I love the book of Esther! Those extraordinary words about her being there “for such a time as this” are endlessly quoted across the Body of Christ. But, as so often happens, the whole context of the Scripture is rarely understood or appreciated. I have just been prompted to read the book of Esther again and found myself being suddenly, and deeply, alerted to a profound lesson as I read the whole verse which contains these words.
This is what Mordecai said to Esther about the fact that all Jewish people were under threat of destruction because of the evil intent of Haman:
“For if you remain silent at this time, relief and deliverance for the Jews will arise from another place, but you and your father’s family will perish. And who knows but that you have come to royal position for such a time as this” (Esther4:14).
The implication of what Mordecai said was that the purposes of God will not be thwarted and if you have been challenged by God to action and don’t do what He is asking of you, then the consequences could be very serious. In Esther’s case she was facing the reality that both she and her father’s family would perish.
Esther faced a critical decision. If she were to approach the King on behalf of her people, without first being summoned, she could come under an immediate sentence of death. Unless the King extended his gold sceptre towards her, and gave her permission to speak, she would die. Mordecai was asking her to risk a death sentence, for the sake of saving the Jewish people. This is the context of those words “for such a time as this”.
Esther was being called by God to do something incredibly risky, an act of life and death importance. This had to be a moment of supreme faith and, at the same time, one of supreme risk. No wonder John WImber used to say that the word faith is spelt R-I-S-K. What a dilemma for Esther! If she didn’t risk it, then there was no hope for all her people across the 127 provinces of the King’s domains. They would all die. But if she did risk it, she could die in the process, if the King didn’t extend his sceptre towards her.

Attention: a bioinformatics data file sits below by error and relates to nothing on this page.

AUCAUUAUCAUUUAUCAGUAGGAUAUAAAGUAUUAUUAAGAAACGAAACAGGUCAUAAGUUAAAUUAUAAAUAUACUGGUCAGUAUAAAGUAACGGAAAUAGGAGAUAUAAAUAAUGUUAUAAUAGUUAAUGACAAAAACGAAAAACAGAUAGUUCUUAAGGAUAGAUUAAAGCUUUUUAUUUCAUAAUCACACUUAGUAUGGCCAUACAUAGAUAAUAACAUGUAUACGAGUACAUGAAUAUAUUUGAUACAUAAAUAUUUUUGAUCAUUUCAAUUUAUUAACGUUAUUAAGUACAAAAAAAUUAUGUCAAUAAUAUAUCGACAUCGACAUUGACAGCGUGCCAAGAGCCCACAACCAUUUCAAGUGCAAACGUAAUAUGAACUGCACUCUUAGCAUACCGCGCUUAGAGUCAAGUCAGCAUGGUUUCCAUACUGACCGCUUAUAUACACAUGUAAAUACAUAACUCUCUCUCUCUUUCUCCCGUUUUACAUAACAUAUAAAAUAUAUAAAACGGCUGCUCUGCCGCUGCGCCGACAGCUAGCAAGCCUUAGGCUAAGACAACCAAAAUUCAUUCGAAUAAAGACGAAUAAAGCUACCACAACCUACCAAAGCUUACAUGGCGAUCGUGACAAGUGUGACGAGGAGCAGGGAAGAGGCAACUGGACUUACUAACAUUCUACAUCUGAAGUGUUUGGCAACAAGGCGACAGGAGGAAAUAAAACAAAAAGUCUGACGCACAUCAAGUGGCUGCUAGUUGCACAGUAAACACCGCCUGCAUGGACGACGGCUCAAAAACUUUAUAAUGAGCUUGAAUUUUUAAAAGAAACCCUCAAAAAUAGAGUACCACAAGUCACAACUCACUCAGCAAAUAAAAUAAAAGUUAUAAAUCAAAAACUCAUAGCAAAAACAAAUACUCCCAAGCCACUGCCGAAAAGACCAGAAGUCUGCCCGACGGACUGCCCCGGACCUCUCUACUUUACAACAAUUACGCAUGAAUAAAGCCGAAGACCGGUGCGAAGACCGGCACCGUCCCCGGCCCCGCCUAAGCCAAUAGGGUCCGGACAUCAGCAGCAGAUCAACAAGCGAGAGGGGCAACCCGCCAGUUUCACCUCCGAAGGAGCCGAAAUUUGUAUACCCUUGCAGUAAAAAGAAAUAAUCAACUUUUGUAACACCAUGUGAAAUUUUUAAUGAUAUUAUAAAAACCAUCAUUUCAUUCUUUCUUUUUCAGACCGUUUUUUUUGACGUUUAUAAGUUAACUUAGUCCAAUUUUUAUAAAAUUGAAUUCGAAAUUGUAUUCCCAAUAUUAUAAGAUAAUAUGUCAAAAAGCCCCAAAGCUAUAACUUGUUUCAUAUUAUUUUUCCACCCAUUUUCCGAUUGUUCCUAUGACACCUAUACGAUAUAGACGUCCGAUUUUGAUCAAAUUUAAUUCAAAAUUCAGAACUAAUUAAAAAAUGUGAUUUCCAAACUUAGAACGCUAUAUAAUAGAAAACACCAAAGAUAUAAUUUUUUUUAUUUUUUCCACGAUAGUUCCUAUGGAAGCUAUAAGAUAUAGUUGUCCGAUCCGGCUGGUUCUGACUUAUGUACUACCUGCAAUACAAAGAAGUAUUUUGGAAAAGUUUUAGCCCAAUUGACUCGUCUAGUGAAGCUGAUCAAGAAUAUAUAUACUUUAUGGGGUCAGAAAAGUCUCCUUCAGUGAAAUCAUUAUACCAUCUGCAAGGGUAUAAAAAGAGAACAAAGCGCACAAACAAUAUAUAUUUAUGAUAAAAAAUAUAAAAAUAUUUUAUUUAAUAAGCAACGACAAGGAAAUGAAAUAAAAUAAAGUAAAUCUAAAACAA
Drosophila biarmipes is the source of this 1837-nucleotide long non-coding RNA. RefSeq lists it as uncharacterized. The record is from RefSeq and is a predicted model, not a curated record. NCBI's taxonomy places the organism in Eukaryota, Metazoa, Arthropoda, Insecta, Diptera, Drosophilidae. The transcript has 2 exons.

This story of Esther is one of the most profound in the Bible. She risked everything. Lost nothing. And gained not only the freedom of all her people, but the end of Haman and all those who were plotting to kill all the Jews. The story ended well and to this day remembering Esther’s bravery is one of the most celebrated events in the Jewish calendar.
However, it’s easy to remember the story without understanding its wider significance. The children of Israel had left Egypt and were but a short distance from entering their promised land. Twelve spies were sent ahead. Ten came back in fear with the message that there are giants there. And two, Joshua and Caleb, came back with the same information, but urged the people to enter the land, trusting that God would go ahead of them and not to be afraid, saying, “Only do not rebel against the Lord” (Numbers 14:9).
But the people did rebel. They complained and spent forty years in the wilderness until every single one of those who had rebelled were dead. It did not turn out well for them. Only Joshua and Caleb survived to enter the promised land! The ultimate purposes of God for His people were not thwarted, but not one of those who had responded to the challenge in fear, as opposed to faith, survived and all missed out on God’s blessing. This is serious stuff.
When we set these two stories side by side, the lesson is profound and obvious. Faith leads to life – Fear leads to death, but God will not be thwarted and if we say NO to the purposes of God, then He will find another way to do whatever it was He asks of us, but it won’t involve us and we will miss out on the blessings God was waiting to give.
And, following on from the theme of my last blog, I believe this is an Esther/Johua/Caleb moment for us all, and especially for today’s church leaders: Are you going to walk in relational obedience to the living God and courageously fly in the face of godless secularism, fearlessly proclaiming to a desperate nation and the world that God is the Creator of all things? And that He has set in place a plumbline of truth and when we ignore it, then people and the nations suffer?
This may seem a risky thing to do in a world that loves to oppose anything that has God’s stamp of authority and truth on it. Just as it was in Esther’s day, there’s a world out there that is dying. Esther spoke up and saved her people. We desperately need our leaders to speak up and by so doing give today’s godless generations the opportunity to believe differently from the antigod agenda which drives so much of the social and political western world.
These are serious times. Where are the people who need to be raised up in a time of national spiritual emergency “for such a time as this”? People who don’t look at the giants and run in fear, but look at God and trust Him. And at a personal level, how do we respond when God asks us to do something that seems beyond us? Do we look at the problems or do we look at the God who is above the problems and move forward in faith, taking risks and trusting that the God who saved Esther will also be with us?